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Clinton will fold when convinced she has used up all options

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'My hope," said an ardent supporter of Sen. Hillary Clinton and one of her donors, "is that she will do this with grace," a reference to the exit strategy Clinton will use to depart from the race for the Democratic presidential nomination when she decides that Sen. Barack Obama indeed has an unbeatable lead.


Another big Clinton fund-raiser said, "She needs to get out quick," before "she looks like she was forced out ... but this is her call; no one is going to push.


After the Tuesday votes in Indiana and North Carolina, Clinton's mathematical arguments for staying in the race shriveled. Clinton's slim victory in Indiana was not enough to stop the torrent of stories -- and this is one -- about when she should fold, even as she argued she, not Obama, can beat Sen. John McCain in November.

"We can see the finish line," said Obama campaign manager David Plouffe in a conference call Wednesday. The Obama campaign for weeks has been mapping out general election strategy, from building organizations in all of the states, to staffing, to thinking through a process to use for Obama to select his running mate. Today in Washington, Obama steps up his drive to woo uncommitted superdelegates, meeting on Capitol Hill with the House Blue Dog Democrats -- the conservatives -- as part of a big personal push.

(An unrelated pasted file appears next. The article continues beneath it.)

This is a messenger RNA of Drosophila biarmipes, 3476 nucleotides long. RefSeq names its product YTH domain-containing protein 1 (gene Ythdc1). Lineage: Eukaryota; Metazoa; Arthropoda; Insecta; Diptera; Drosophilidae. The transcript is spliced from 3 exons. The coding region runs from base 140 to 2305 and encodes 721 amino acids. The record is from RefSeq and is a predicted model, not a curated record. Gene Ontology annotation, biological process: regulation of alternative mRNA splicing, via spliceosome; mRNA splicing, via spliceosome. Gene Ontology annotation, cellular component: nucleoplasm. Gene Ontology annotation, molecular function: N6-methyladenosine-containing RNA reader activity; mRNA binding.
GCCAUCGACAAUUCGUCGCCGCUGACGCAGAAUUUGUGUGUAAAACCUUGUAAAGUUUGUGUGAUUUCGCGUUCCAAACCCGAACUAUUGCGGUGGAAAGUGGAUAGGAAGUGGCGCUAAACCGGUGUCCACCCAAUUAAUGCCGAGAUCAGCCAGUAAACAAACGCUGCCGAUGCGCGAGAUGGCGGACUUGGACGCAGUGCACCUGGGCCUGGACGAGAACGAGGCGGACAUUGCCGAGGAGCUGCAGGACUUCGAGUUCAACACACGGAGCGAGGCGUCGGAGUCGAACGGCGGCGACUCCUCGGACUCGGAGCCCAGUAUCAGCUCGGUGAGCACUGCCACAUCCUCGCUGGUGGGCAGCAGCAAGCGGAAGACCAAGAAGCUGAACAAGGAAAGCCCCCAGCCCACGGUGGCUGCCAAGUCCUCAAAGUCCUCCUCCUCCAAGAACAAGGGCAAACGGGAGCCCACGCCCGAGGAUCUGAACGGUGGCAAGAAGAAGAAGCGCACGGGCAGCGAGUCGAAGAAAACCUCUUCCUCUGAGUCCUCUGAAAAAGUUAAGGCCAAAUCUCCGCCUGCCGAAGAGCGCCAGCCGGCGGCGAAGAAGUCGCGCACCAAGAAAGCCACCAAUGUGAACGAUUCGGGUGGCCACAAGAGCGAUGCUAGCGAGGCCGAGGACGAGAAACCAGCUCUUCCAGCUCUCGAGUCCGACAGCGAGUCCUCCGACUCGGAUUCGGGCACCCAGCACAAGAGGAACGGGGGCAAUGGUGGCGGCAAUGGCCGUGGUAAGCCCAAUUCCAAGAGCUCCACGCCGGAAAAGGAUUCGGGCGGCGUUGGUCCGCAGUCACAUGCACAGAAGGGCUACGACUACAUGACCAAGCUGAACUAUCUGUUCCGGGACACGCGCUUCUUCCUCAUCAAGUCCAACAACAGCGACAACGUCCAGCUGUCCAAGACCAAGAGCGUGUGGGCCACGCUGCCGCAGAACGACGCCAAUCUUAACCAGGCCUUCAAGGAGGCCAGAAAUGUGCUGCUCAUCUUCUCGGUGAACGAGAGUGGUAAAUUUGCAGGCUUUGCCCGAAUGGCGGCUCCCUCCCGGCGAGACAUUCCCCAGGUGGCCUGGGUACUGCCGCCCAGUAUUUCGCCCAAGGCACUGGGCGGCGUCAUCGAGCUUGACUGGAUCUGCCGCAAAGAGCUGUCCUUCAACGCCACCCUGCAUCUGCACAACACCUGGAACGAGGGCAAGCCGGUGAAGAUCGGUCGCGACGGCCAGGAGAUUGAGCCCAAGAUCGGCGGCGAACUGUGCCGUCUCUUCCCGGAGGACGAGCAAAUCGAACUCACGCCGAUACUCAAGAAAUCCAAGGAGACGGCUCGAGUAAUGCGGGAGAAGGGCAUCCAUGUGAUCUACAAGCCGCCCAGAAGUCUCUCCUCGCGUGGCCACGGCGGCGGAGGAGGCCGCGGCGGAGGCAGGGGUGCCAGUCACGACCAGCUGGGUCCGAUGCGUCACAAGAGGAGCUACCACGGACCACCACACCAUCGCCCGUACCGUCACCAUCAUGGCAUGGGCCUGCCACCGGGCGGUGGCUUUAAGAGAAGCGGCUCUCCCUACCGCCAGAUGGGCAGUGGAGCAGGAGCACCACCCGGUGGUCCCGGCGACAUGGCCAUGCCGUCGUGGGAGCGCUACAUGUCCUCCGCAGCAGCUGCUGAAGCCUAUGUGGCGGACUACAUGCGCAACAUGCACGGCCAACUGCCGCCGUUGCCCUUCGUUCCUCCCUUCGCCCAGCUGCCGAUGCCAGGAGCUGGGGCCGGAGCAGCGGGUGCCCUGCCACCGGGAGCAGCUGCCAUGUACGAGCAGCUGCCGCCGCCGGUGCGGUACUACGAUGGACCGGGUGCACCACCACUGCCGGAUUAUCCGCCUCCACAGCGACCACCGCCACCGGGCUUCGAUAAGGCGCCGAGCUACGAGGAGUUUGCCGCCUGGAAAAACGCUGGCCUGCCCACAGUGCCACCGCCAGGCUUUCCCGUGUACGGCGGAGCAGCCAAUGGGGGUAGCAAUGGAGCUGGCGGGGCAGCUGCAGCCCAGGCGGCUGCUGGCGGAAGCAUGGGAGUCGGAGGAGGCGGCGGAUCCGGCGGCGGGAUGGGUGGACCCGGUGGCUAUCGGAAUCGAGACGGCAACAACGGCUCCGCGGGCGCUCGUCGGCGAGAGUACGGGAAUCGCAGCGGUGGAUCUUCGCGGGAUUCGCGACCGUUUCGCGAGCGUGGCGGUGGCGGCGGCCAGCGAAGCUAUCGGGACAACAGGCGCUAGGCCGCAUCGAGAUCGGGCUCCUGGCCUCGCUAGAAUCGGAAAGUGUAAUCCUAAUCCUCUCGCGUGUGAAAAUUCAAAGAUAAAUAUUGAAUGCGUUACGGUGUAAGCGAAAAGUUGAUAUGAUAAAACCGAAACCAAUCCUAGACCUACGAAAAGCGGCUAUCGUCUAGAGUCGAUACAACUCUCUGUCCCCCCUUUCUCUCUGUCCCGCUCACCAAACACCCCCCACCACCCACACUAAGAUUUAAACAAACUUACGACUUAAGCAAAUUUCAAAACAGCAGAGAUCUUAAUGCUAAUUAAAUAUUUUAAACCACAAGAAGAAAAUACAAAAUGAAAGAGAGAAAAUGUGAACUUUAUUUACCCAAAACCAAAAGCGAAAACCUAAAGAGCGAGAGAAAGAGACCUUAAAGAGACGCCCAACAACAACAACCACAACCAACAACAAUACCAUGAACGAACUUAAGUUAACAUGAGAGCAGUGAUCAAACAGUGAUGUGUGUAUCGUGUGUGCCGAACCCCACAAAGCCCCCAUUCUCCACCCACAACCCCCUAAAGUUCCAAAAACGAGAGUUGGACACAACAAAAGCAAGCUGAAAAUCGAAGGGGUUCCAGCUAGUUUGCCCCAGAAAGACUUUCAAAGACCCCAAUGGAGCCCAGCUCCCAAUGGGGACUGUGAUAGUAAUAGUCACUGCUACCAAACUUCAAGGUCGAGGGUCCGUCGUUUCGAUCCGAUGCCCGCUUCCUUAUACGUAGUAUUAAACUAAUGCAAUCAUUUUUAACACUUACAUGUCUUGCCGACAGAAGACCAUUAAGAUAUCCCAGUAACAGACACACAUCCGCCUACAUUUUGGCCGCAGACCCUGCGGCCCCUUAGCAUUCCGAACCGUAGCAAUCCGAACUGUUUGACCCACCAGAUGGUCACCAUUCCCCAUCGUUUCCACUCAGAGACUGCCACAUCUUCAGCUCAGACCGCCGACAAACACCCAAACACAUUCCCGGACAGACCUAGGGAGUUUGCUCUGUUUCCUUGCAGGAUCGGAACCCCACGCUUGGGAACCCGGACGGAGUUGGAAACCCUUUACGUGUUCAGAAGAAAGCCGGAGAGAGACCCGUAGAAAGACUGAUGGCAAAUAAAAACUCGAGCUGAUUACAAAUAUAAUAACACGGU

"Well, I'm staying in this race until there is a nominee," Clinton said while campaigning in West Virginia, with a primary vote next Tuesday. Today, Clinton starts her day in Washington and ends it more than 15 hours later, after stops in West Virginia and the May 20 states of Kentucky and Oregon. But dogging her now is the question of why is she doing this? She is out of money. The news came out Wednesday that Clinton poured another $6.4 million into her race, making a total of $11.4 million she has lent her campaign.

An answer I come up with is that Clinton, in the end, wants to fold when she concludes she has given this her best shot. And she's not at that place yet. There are five states and Puerto Rico remaining to vote, superdelegates to woo, and a fight she wants to put up with the Democratic National Committee to seat the disputed delegates from Michigan and Florida with a formula that gives her an advantage.

But any endgame Clinton controls is contingent on her not having embarrassing losses in the races ahead and a stampede of superdelegates to Obama.

A scenario that emerged after talking to several Democrats involved in the Obama and Clinton campaigns is this: Clinton stays in until the June 3 last primaries in South Dakota and Montana, contingent on her winning some of the remaining contests along the way. That's enough time for any image repair, more fund-raising and to make her summary speeches. That would preserve her legacy and keep her future options intact.

But that also means that Clinton and Obama cut out nasty campaigning, which I think they want to do because it serves them both to end on a high note.